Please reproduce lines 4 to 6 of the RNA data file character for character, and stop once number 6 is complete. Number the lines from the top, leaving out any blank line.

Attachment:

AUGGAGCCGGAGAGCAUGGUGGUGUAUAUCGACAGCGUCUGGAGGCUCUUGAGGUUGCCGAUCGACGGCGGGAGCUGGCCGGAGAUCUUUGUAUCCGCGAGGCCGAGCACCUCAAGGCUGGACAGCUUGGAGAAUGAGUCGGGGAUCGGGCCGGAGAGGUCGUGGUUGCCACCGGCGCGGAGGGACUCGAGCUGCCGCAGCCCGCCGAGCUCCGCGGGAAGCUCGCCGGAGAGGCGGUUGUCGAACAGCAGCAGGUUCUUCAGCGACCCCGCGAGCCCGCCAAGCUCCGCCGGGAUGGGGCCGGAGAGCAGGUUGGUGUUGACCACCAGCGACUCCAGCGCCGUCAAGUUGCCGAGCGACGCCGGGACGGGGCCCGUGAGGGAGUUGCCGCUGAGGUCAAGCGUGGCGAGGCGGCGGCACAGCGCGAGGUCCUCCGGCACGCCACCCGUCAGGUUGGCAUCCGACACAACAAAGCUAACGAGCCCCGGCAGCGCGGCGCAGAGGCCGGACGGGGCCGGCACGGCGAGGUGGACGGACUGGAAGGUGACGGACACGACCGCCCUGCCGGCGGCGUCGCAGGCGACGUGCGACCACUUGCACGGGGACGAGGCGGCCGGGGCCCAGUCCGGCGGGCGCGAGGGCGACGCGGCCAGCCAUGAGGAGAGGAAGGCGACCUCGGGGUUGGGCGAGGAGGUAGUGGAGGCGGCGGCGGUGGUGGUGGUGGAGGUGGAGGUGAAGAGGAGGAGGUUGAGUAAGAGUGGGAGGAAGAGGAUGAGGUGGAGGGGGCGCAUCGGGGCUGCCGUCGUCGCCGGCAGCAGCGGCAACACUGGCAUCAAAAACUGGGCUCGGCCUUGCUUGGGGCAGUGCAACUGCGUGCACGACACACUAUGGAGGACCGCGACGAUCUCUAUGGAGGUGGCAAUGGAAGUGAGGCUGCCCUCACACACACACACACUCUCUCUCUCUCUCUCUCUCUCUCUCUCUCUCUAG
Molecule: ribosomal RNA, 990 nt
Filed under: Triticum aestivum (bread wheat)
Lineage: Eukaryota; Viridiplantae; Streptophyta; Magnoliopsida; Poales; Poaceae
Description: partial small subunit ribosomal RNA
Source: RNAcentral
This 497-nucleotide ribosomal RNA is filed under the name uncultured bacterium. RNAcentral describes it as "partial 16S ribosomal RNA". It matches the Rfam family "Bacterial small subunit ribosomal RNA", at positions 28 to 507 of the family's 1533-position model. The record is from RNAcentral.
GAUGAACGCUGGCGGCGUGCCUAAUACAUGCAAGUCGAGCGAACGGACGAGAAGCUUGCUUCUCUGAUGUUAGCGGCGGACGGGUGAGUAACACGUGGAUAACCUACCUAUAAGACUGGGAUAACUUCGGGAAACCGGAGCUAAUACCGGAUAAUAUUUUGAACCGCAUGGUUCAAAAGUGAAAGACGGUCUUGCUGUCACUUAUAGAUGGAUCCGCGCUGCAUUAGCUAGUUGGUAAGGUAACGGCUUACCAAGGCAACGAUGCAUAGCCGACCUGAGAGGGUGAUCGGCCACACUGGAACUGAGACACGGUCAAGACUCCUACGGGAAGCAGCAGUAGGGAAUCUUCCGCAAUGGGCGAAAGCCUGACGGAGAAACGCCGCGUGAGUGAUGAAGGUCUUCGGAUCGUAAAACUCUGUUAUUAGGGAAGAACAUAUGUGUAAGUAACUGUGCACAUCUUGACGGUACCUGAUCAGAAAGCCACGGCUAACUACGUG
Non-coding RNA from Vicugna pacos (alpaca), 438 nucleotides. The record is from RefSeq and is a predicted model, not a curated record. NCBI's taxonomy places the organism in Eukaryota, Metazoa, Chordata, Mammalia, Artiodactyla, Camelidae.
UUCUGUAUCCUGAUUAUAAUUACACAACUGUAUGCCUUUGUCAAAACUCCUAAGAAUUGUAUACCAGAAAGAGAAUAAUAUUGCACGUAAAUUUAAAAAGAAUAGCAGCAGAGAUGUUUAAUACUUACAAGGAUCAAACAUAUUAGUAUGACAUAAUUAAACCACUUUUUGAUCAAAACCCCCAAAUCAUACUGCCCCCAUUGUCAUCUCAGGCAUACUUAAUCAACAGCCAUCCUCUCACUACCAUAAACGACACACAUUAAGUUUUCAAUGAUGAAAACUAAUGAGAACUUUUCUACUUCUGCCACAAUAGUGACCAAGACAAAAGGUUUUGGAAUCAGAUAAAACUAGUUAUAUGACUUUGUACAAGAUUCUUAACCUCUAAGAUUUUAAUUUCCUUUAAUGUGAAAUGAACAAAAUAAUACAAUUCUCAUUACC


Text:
Lineage: Eukaryota; Viridiplantae; Streptophyta; Magnoliopsida; Poales; Poaceae
Description: partial small subunit ribosomal RNA
Source: RNAcentral